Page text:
"A picture is worth a thousand words" is an adage in many languages – and for good reason. Our visual cortex is arguably the most powerful part of the brain, and leveraging that to convey meaning is equally powerful. With the introduction of our /image/describe Robot, we allow programmers to unlock the visual cortex of AI models trained by prominent cloud vendors. Today, we are taking this a step further by not only recognizing objects in images, but also reading any words present.

Let's say you had a picture of a traffic sign, or a menu. Almost any human would be able to make sense of these objects, but their meaning has always been opaque to machines until the introduction of powerful new OCR models that can read – virtually – text from a collection of pixels.

Introducing the /image/ocr Robot. The newest member of our AI Robot family. It can use either AWS or GCP in the backend, with each provider being easily swappable using the provider parameter. This means that if one provider produces unfavorable results, you can switch to the other with no further configuration or pricing changes. Feel free to switch providers as you see fit. Furthermore, as each backend AI API model advances, our service will automatically utilize the improved recognition benefits.

Extracting text from images

To demonstrate how simple it is to use this new Robot, we will walk through the Template below:

{
  "steps": {
    ":original": {
      "robot": "/upload/handle"
    },
    "image-ocr": {
      "use": ":original",
      "robot": "/image/ocr",
      "format": "text",
      "provider": "aws"
    },
    "exported": {
      "use": [
        "image-orc",
        ":original"
      ],
      "robot": "/s3/store",
      "credentials": "YOUR_AWS_CREDENTIALS"
    }
  }
}

There are many options for getting files to Transloadit, but we will be using the /upload/handle Robot in our first Step, :original.

Our image recognition occurs in the following Step, image-ocr. Here, we pass :original to our /image/ocr Robot and specify its format parameter to return its result as a text file. If this is not enabled, the Robot will output JSON by default. Additionally, we have specified that we want to use aws as the backend AI provider. As indicated, writing gcp here would leverage the Google Cloud Platform, with no changes to the interface or structure of the data returned. Only the data itself (i.e., the text read) may vary as each AI plaform was trained independently, and continues to evolve equally independently.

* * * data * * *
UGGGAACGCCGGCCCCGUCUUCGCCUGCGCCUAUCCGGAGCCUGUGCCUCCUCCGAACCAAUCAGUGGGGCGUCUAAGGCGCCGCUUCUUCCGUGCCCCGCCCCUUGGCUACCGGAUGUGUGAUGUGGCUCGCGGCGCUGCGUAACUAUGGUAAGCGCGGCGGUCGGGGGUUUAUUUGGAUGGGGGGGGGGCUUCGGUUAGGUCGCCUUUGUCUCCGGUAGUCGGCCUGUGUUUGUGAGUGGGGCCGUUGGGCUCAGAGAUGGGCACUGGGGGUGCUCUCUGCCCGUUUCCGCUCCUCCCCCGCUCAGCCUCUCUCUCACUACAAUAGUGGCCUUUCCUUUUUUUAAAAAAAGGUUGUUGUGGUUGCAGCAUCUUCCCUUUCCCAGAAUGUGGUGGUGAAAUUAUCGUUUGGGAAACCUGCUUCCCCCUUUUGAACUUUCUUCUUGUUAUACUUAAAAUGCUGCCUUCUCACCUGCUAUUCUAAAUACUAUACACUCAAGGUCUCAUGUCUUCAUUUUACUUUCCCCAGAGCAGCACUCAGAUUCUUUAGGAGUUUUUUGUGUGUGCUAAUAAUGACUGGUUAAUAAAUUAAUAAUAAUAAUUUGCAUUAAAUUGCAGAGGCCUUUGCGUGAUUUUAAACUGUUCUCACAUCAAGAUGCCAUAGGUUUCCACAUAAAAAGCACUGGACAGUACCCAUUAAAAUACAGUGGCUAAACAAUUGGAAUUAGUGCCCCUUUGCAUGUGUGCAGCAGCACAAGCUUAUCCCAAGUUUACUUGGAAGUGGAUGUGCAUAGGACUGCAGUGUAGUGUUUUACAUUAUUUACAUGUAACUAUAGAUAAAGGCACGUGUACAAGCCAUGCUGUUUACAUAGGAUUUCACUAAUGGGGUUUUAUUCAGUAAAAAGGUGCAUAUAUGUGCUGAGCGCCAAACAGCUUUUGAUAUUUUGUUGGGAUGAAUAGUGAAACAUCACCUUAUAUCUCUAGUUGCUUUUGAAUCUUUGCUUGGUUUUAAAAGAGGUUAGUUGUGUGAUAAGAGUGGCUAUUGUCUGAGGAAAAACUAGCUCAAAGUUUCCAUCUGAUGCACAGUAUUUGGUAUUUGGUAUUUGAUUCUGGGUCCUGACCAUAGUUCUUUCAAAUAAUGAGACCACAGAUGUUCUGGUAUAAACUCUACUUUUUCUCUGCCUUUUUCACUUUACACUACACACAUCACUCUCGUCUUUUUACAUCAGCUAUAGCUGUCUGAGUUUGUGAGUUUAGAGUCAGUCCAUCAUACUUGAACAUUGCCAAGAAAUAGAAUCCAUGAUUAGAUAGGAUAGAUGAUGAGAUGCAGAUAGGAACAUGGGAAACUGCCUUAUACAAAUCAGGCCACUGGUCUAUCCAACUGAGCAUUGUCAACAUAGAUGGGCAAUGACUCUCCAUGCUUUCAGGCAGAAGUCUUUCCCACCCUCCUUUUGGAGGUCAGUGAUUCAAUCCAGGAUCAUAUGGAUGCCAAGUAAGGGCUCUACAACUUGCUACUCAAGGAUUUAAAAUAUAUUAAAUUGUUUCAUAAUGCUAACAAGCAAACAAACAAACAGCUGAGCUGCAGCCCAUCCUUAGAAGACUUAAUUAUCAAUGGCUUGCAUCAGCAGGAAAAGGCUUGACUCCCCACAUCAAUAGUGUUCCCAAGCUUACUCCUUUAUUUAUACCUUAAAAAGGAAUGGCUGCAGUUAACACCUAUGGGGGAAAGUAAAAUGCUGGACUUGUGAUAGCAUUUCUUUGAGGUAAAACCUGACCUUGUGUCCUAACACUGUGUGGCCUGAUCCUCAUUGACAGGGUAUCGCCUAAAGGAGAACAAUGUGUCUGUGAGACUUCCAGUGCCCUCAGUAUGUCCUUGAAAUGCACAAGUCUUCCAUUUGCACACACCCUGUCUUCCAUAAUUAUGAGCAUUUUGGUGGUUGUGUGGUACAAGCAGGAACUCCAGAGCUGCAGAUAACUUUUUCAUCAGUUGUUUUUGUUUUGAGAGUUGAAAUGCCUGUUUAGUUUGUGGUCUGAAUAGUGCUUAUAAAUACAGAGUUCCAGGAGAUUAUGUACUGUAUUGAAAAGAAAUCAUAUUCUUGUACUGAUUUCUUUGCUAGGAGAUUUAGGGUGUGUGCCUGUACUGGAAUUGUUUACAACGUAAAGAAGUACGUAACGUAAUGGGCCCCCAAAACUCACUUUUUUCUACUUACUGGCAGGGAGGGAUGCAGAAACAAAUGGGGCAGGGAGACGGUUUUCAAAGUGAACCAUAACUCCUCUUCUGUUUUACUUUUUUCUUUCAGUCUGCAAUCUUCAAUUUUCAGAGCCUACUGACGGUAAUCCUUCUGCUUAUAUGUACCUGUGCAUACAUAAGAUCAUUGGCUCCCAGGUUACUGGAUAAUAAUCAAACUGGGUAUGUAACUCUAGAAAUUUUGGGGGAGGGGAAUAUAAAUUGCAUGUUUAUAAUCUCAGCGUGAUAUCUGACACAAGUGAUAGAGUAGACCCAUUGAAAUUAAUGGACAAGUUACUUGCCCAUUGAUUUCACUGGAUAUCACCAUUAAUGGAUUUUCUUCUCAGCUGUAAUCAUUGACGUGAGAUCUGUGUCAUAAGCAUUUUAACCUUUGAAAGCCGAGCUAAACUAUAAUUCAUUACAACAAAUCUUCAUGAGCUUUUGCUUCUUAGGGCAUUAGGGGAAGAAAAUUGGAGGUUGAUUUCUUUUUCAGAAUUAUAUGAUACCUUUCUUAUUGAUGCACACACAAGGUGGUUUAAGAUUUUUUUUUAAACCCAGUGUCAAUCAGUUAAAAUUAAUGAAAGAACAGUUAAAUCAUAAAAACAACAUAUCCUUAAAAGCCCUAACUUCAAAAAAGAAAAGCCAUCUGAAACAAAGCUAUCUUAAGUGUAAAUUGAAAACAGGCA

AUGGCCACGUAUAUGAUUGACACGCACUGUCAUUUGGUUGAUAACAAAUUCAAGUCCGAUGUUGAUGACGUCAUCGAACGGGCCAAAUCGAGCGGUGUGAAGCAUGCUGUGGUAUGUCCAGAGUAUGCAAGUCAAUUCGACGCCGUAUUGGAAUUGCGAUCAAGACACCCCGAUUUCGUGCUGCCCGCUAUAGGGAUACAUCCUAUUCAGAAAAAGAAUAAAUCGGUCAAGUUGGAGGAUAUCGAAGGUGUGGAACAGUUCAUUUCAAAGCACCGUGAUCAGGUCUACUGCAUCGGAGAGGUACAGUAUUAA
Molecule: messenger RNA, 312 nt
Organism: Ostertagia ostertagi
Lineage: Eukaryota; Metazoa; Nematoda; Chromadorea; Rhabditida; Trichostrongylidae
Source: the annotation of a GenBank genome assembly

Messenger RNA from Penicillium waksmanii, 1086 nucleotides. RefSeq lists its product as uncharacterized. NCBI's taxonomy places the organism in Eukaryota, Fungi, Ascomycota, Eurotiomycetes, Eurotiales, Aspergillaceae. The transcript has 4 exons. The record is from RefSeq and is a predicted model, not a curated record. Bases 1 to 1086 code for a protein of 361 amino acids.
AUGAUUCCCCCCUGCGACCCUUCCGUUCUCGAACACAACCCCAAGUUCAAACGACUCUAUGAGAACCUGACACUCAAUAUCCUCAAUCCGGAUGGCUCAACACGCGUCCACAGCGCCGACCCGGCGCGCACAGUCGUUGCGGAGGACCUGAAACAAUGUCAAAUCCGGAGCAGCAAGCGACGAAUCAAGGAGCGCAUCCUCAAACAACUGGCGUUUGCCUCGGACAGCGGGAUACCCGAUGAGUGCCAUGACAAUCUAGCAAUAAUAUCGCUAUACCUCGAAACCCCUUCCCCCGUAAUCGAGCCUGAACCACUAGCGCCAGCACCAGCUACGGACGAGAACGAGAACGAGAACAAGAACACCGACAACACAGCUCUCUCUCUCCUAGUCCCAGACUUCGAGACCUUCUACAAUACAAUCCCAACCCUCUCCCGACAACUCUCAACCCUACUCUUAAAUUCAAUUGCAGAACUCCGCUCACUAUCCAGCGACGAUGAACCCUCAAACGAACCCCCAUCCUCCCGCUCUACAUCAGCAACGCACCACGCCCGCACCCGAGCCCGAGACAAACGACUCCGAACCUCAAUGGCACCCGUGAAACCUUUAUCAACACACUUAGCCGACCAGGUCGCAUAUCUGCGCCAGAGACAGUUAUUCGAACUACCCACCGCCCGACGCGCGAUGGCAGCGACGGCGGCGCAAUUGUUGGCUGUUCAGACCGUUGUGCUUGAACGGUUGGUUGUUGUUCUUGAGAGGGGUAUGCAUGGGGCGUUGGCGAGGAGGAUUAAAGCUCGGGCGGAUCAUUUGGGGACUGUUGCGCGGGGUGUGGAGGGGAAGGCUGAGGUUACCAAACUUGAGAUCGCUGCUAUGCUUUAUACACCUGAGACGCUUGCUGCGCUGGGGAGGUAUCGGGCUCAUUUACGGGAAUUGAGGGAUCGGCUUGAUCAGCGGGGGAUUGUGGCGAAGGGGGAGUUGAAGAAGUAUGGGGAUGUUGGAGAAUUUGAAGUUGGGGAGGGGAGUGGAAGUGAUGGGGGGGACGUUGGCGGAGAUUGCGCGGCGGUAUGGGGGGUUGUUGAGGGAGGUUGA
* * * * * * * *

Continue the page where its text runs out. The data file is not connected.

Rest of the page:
After the text has been extracted and returned, we export the results to our S3 Bucket. YOUR_AWS_CREDENTIALS refers to the Template Credentials that can be set up in the Credentials tab of your Transloadit Console.

Click (here) to set up your own Amazon S3 Bucket, if you have not already done so.

Testing

Now, let's test our Template with the image below:

input file

Once our Assembly has finished encoding, we will be left with the following result:

Transloadit

Conclusion

As you can see, the Assembly was a success. Hopefully, in this short introduction, we have shown that extracting text from an image is not difficult or time-consuming when using our /image/ocr Robot.

What's more, thanks to Transloadit's composability, all of our 60 wildly different features can be strung together to create workflows unique to your use case. In other words, the OCR Step could be just one of the many cogs that make up your intricate machine. As shown, it only takes a declaratively written JSON recipe to set this up, making it a fool- and bullet-proof method of adding great value to your business.

Because this Robot is a member of our AI family, it is only available to our paying customers. If you are interested in using this feature, please consider upgrading to a premium plan, the first of which costs $49/mo and includes 10GB of encoding data.